‘Murder hornets’ have arrived for the first time ever in the U.S., report says

NYT: Asian giant hornets have arrived in the U.S.

‘Murder hornets’ have arrived for the first time ever in the U.S., report says (CNN Newsource)

A deadly species of hornets, commonly found in Japan, that can kill up to 50 people a year have now arrived for the first time in the United States, according to a report from the New York Times.

Asian giant hornets, or otherwise known as “murder hornets,” were first discovered in the U.S. last fall in Washington state, NYT reports.

Two sightings of the insect were confirmed in January of this year in the areas of Blaine and Bellingham, Washington, according to a map on the Washington State Department of Agriculture’s website. The insects are typically between 1.5 to two inches long, have black and yellow stripes and have a large, orange head.

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These giant hornets are the largest of its species in the world and officials said they are worried their presence could have a devastating effect on the United States’ bee population.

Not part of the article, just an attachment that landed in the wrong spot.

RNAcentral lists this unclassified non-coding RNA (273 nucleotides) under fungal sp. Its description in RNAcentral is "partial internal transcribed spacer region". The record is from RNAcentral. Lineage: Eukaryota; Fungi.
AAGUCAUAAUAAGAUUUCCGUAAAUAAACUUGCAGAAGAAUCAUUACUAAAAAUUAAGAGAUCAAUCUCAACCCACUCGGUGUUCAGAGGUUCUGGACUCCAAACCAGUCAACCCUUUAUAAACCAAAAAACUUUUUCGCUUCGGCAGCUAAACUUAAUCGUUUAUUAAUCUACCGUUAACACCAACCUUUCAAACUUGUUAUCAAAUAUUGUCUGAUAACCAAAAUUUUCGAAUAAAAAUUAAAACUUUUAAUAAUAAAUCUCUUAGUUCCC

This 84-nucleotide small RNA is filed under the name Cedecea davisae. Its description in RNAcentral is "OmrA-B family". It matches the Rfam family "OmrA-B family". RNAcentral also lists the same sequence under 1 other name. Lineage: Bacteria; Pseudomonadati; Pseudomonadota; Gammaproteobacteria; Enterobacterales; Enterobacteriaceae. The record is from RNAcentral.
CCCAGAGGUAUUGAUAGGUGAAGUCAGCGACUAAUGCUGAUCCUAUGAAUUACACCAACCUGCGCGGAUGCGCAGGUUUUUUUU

A report from Time Magazine said the hornets target bees and can enter a “slaughter phase,” where they decapitate them and take over their hive as their own. This can be done in just a number of hours.

If they continue spreading across the nation, bee populations could see a decline, which would also affect crops that rely on pollination.

A size comparison of the Asian giant hornet and several other insects (CNN)

Officials said the hornets are most active during the late summer and early fall seasons, according to Time.

The hornets can also pose a threat to humans, as their stingers are larger than a bee’s, more toxic and they can sting multiple times, Time reports.

However, they don’t usually attack humans or pets unless they feel threatened.

No other sightings of the insects have been reported as of yet.

Following the NYT report, “hornet” was one of the top trending search terms in the U.S. on Saturday.

About the Author:

Cody King is a digital journalist for KSAT 12. She previously worked for WICS/WRSP 20 in Springfield, Illinois.